“In the closet of most high-end hotel rooms, you’ll find draw-string fabric bags for laundry and shoes. They’re semi-disposable, but fantastic for packing. Trust me, using them to separate shoes and dirty laundry will totally transform your return-journey packing experience.” — Flora Stubbs, Features Director

Use Dryer Sheets to Stay Fresh

“Put Bounce dryer sheets between items of clothing in your suitcase to keep everything fresh.” — Jesse Ashlock, Executive Editor

Pack Your Favorite Toiletries in Travel-sized Bottles

“Instead of relying on hotel shampoos and soaps, pack your favorite products. Nalgene has a cheap, simple travel kit that allows you to fill a few bottles with your own body wash, shampoo, and other toiletries. It’s TSA-approved, spill-proof, and comes in a translucent carrying bag, so you don’t need to worry about getting through security.” — John Scarpinato, Assistant Editor

Be Prepared for Wet Swimwear

“I always pack a plastic grocery bag — or steal the shower cap from the hotel if I forget — to stash a wet bathing suit in for the return home. That way, we get to enjoy every last second on the beach.” — Jacqueline Gifford, Special Projects Editor

Waterproof Your Bag

“My favorite tip is to waterproof my bag using what I’m already bringing with me. I line my suitcase with water-resistant things: rain boots on the bottom, for example, zip-locked toiletries and makeup bag on the sides, and a rain jacket on top. Voila: instant weather-tight luggage.” — Melanie Lieberman, Associate Digital Editor

Bring a Laundry Bag

“Bring a mesh or collapsible laundry bag with you. When you’re traveling to your destination, you can lay it over all your clothes to keep things in place. During your trip it helps keep your clothes off the hotel room floor and on the way home, it helps separate dirty clothes from clean — easy to grab and do your wash after a trip, too!” — Lindsey Campbell, Senior Audience Engagement Editor


How to SMART-ly Lighten Your Suitcase When Traveling

You’ve secured the perfect parking spot at Smart Park JFK or LGA and now you are ready to load up the car.  But don’t those bags seem a little cumbersome and heavy? Thinking you maybe should have packed a little lighter?  After all, you don’t want to be charged even more for a bag that is overweight!  Well, we’ve found some great tips from the editors at Travel & Leisure to lighten your load and pack SMART-er.  Enjoy!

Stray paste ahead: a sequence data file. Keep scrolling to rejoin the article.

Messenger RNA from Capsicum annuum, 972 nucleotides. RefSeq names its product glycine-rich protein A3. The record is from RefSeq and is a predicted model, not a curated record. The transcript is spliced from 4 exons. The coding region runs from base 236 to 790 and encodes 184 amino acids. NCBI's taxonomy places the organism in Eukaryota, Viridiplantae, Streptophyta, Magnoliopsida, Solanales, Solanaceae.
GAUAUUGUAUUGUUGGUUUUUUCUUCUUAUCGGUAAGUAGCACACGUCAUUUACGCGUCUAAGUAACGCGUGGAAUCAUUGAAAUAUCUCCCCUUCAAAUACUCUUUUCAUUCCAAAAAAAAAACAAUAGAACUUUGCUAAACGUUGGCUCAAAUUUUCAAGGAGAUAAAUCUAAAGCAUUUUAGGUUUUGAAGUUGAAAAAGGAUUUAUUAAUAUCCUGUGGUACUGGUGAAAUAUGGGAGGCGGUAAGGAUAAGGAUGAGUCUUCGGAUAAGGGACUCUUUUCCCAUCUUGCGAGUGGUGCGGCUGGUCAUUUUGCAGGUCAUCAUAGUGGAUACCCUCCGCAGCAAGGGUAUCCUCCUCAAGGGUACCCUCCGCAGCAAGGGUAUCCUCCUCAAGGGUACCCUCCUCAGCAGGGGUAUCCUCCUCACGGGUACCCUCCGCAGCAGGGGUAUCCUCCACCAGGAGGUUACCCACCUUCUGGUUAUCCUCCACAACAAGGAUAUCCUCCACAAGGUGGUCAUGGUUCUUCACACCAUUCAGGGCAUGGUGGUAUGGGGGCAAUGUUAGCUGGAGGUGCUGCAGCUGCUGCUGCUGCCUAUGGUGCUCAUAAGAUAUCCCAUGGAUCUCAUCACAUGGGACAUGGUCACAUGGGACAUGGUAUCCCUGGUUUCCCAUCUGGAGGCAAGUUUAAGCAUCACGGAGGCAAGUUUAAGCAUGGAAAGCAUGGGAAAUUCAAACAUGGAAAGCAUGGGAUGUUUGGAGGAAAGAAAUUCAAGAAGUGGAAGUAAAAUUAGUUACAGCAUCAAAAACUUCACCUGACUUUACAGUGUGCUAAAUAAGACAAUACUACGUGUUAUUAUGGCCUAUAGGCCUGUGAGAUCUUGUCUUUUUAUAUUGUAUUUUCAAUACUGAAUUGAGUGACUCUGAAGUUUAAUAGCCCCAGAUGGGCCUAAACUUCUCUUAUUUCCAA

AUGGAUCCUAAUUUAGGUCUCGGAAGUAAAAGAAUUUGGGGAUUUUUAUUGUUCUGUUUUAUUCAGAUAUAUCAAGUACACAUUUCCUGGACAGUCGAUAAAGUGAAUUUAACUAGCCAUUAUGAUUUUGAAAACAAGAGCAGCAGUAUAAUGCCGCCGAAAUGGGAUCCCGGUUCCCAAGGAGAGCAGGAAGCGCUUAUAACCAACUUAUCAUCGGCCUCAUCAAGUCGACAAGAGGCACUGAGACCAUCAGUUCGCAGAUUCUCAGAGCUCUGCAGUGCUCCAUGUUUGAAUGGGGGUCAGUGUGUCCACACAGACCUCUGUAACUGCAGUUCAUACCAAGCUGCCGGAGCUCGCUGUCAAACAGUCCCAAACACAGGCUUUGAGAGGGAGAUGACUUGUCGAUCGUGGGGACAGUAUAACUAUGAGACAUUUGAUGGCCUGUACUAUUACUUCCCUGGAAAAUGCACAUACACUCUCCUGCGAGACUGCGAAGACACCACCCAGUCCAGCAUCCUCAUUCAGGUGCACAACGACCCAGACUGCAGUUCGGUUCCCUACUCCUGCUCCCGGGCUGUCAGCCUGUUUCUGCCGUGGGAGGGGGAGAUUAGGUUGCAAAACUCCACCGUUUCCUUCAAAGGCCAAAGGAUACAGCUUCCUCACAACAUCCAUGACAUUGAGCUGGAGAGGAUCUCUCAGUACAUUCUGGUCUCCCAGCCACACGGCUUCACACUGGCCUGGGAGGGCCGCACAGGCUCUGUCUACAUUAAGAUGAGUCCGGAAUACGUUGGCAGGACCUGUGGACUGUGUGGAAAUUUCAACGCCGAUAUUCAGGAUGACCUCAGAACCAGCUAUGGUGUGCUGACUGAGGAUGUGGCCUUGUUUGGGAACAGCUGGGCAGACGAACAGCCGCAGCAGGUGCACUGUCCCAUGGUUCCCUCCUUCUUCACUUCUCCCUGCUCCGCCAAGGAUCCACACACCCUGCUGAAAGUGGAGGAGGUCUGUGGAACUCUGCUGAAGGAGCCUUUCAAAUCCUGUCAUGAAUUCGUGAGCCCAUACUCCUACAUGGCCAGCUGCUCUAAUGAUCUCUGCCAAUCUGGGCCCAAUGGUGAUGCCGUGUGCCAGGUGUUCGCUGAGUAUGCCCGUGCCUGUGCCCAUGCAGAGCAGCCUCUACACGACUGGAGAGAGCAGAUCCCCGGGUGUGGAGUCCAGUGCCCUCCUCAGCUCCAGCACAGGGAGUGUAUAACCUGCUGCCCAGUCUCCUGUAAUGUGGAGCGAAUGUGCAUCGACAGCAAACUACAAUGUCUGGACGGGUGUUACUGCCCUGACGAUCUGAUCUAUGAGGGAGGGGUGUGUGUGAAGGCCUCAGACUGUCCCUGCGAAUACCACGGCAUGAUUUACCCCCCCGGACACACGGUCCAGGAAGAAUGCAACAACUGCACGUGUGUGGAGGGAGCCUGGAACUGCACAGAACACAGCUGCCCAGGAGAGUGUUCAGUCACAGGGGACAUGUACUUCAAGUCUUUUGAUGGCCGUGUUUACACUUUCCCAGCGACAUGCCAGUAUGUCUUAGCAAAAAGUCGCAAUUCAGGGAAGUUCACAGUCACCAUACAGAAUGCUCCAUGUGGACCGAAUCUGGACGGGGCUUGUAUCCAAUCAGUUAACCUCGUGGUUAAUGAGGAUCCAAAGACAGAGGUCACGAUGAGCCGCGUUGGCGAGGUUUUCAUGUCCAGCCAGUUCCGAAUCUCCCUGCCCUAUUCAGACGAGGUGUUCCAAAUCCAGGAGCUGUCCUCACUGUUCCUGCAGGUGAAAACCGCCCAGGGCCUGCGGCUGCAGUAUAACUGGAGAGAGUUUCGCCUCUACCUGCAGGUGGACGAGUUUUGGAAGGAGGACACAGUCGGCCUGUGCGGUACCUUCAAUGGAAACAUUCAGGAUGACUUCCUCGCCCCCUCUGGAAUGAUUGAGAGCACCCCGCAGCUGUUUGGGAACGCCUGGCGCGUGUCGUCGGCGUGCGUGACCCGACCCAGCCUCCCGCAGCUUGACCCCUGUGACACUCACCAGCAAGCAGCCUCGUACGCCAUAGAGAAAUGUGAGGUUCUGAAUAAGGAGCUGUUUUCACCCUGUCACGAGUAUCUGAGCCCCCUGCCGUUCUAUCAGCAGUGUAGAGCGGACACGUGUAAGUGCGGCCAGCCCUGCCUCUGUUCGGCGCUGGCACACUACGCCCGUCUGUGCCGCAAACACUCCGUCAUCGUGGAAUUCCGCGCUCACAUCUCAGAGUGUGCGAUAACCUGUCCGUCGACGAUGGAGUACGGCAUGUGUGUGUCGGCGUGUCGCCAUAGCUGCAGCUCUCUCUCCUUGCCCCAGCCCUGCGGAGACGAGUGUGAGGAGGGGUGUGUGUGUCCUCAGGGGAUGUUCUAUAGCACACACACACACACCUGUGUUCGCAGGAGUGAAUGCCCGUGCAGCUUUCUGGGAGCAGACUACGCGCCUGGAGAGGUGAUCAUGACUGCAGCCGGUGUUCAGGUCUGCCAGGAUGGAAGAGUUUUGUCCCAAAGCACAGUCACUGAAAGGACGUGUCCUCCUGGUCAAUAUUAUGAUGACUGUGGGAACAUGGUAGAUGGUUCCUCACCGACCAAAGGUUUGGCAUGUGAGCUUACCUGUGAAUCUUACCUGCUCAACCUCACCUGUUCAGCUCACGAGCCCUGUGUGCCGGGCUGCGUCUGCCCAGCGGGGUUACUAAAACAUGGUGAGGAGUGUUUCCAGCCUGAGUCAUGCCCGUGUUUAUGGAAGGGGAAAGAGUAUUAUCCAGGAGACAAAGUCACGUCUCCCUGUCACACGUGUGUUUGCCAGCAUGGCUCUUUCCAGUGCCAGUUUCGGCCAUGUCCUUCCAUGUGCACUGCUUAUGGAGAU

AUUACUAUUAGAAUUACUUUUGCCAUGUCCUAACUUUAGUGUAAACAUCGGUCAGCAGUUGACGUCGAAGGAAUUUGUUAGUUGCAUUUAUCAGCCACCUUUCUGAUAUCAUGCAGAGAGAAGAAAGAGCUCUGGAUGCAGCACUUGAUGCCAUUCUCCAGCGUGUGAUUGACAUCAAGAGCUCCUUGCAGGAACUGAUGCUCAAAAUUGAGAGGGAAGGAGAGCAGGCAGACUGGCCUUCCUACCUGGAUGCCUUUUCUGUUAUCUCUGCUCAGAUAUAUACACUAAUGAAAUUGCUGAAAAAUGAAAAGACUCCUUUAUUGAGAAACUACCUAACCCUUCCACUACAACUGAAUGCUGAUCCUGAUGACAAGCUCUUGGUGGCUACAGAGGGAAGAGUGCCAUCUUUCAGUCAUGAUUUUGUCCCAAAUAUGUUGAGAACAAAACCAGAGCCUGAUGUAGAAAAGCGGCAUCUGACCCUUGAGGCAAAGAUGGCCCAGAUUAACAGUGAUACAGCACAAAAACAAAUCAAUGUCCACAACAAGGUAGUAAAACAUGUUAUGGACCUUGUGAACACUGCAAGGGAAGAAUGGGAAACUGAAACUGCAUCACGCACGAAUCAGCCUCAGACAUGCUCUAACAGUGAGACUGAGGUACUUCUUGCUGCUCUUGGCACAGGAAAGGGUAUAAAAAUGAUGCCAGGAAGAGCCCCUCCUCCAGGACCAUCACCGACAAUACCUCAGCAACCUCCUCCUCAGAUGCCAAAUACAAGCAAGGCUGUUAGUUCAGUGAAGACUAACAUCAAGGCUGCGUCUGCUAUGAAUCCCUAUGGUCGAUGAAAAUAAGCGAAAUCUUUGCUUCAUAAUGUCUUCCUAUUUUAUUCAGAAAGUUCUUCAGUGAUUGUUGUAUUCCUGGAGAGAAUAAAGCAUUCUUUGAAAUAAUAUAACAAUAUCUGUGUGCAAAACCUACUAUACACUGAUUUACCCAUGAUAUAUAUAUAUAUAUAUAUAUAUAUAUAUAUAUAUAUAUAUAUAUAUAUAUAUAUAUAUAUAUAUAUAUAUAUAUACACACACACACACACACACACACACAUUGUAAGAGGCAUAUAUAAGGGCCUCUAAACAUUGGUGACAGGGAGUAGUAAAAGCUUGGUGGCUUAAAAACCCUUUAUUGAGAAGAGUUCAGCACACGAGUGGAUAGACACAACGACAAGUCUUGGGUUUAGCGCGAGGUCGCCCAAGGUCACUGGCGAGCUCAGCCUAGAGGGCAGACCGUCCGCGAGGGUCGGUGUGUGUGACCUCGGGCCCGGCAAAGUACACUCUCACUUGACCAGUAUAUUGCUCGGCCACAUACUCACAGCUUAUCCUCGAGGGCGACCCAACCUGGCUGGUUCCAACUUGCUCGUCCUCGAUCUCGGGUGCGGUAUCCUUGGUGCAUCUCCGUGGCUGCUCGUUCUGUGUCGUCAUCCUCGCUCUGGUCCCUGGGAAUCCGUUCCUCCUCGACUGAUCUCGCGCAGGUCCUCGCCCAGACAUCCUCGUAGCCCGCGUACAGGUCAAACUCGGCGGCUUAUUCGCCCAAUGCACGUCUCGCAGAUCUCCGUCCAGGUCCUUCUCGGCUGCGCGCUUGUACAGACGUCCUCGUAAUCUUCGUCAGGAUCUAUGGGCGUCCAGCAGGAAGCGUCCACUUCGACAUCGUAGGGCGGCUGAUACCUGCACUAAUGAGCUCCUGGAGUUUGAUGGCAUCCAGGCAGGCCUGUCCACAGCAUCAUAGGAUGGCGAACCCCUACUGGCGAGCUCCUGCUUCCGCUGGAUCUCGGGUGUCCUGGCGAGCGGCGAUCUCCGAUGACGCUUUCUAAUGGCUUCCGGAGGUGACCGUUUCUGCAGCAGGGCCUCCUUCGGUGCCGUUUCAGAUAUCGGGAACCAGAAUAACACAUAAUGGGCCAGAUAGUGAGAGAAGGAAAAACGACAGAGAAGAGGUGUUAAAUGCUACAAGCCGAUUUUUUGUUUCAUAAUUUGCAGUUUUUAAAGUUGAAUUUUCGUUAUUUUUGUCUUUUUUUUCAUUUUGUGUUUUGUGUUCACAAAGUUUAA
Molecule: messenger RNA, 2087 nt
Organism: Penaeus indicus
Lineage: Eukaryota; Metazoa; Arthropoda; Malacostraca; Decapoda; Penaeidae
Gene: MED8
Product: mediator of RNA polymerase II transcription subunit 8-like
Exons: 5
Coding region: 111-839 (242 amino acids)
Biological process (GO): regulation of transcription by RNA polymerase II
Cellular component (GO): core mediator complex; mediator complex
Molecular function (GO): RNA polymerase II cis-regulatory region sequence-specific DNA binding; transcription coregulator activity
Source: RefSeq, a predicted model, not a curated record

1. Keep a Packing Checklist

“I keep an ongoing list in my phone of items of my absolute essentials to pack for every trip (charger, cleanser, bathing suit, daily sunscreen, etc.). It makes last-minute packing a lot less stressful because there’s always a checklist for reference.” — Katie Fish, Fashion Market Editor

  1. Use Packing Cubes

“There’s not much that makes me feel like an organized human as much as dividing my belongings into color-coded cubes. It’s so wonderful to know exactly where everything you brought is as soon as you unzip your suitcase. Plus, you can very easily move your packing cubes into the drawers of your hotel dresser and instantly be done unpacking and ready to go.” — Richelle Szypulski, Assistant Digital Editor

  1. Roll, Don’t Fold

“I am a roll-don’t-fold devotee. I also never check a bag, unless I’m taking my snowboard with me. Even then, only the snowboard gets checked, not the suitcase.” — Laura Teusink, Managing Editor

  1. Pack In-flight Essentials in a Separate Pouch

“I have a small zippered pouch that I always put in my carry-on bag — in it I stash all the things that I want to keep with me on a flight (headphones, earplugs, EmergenC, phone, wallet, etc.) so that when I board I can just pull that pouch out, toss it into my seat, and then place my carry-on in the overhead bin, quickly and efficiently.” — Nathan Lump, Editor in Chief

  1. Pack by Outfit

“There’s nothing more annoying than struggling to stuff everything back into your suitcase at the end of a trip only to realize you didn’t even wear half the clothes you brought. That’s why I started strictly packing by outfit — not individual item — and only letting pieces I had a plan for make the cut. I’ll take a skirt only if I know I’m bringing a top and shoes that I would wear with it, and I’ll think about the activities on my itinerary and what I see myself wearing while doing them. I hate checking a bag but love clothes, so being realistic and planning ahead is key.” — Nina Ruggiero, Senior Digital Editor

  1. Keep a Prepacked Dopp Kit

“As my collection of skin-care products continues to expand (I’m not 20 anymore), so has the time required to sort through it all — at the last minute, with my Uber to JFK honking downstairs. I recently started keeping a separate Dopp kit stocked with travel-size duplicates of all my essentials. This means I can just grab my toiletries and go, with no risk of forgetting some crucial cream or spray — plus it gives me an excuse to go nuts on all those cute mini items in line at Sephora.” — CB Owens, Copy & Research Editor

  1. Bring Half of What You Initially Packed